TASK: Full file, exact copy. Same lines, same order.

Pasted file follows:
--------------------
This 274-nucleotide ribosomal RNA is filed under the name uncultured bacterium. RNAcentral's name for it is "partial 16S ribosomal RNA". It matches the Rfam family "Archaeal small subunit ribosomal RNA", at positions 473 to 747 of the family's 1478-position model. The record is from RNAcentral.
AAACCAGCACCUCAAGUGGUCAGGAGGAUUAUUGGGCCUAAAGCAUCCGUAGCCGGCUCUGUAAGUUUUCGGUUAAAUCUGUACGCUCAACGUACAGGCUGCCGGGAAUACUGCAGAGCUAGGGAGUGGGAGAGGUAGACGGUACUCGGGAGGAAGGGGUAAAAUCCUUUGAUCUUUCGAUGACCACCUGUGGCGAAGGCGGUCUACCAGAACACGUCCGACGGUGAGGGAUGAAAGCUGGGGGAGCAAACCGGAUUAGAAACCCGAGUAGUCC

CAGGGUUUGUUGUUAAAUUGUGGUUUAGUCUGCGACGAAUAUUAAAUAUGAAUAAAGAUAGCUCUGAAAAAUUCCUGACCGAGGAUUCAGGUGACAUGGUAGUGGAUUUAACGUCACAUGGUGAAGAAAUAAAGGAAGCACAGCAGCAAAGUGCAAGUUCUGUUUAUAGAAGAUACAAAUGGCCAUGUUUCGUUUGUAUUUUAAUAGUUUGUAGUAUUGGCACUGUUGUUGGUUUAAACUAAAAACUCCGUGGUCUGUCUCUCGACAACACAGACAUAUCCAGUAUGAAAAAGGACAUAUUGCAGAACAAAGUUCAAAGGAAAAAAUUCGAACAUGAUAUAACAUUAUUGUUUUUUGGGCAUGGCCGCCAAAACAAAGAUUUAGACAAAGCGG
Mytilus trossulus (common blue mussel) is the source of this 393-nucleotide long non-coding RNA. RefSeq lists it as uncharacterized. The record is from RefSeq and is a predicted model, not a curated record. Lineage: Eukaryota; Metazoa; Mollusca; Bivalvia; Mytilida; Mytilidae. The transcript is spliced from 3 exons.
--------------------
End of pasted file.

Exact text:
This 274-nucleotide ribosomal RNA is filed under the name uncultured bacterium. RNAcentral's name for it is "partial 16S ribosomal RNA". It matches the Rfam family "Archaeal small subunit ribosomal RNA", at positions 473 to 747 of the family's 1478-position model. The record is from RNAcentral.
AAACCAGCACCUCAAGUGGUCAGGAGGAUUAUUGGGCCUAAAGCAUCCGUAGCCGGCUCUGUAAGUUUUCGGUUAAAUCUGUACGCUCAACGUACAGGCUGCCGGGAAUACUGCAGAGCUAGGGAGUGGGAGAGGUAGACGGUACUCGGGAGGAAGGGGUAAAAUCCUUUGAUCUUUCGAUGACCACCUGUGGCGAAGGCGGUCUACCAGAACACGUCCGACGGUGAGGGAUGAAAGCUGGGGGAGCAAACCGGAUUAGAAACCCGAGUAGUCC

CAGGGUUUGUUGUUAAAUUGUGGUUUAGUCUGCGACGAAUAUUAAAUAUGAAUAAAGAUAGCUCUGAAAAAUUCCUGACCGAGGAUUCAGGUGACAUGGUAGUGGAUUUAACGUCACAUGGUGAAGAAAUAAAGGAAGCACAGCAGCAAAGUGCAAGUUCUGUUUAUAGAAGAUACAAAUGGCCAUGUUUCGUUUGUAUUUUAAUAGUUUGUAGUAUUGGCACUGUUGUUGGUUUAAACUAAAAACUCCGUGGUCUGUCUCUCGACAACACAGACAUAUCCAGUAUGAAAAAGGACAUAUUGCAGAACAAAGUUCAAAGGAAAAAAUUCGAACAUGAUAUAACAUUAUUGUUUUUUGGGCAUGGCCGCCAAAACAAAGAUUUAGACAAAGCGG
Mytilus trossulus (common blue mussel) is the source of this 393-nucleotide long non-coding RNA. RefSeq lists it as uncharacterized. The record is from RefSeq and is a predicted model, not a curated record. Lineage: Eukaryota; Metazoa; Mollusca; Bivalvia; Mytilida; Mytilidae. The transcript is spliced from 3 exons.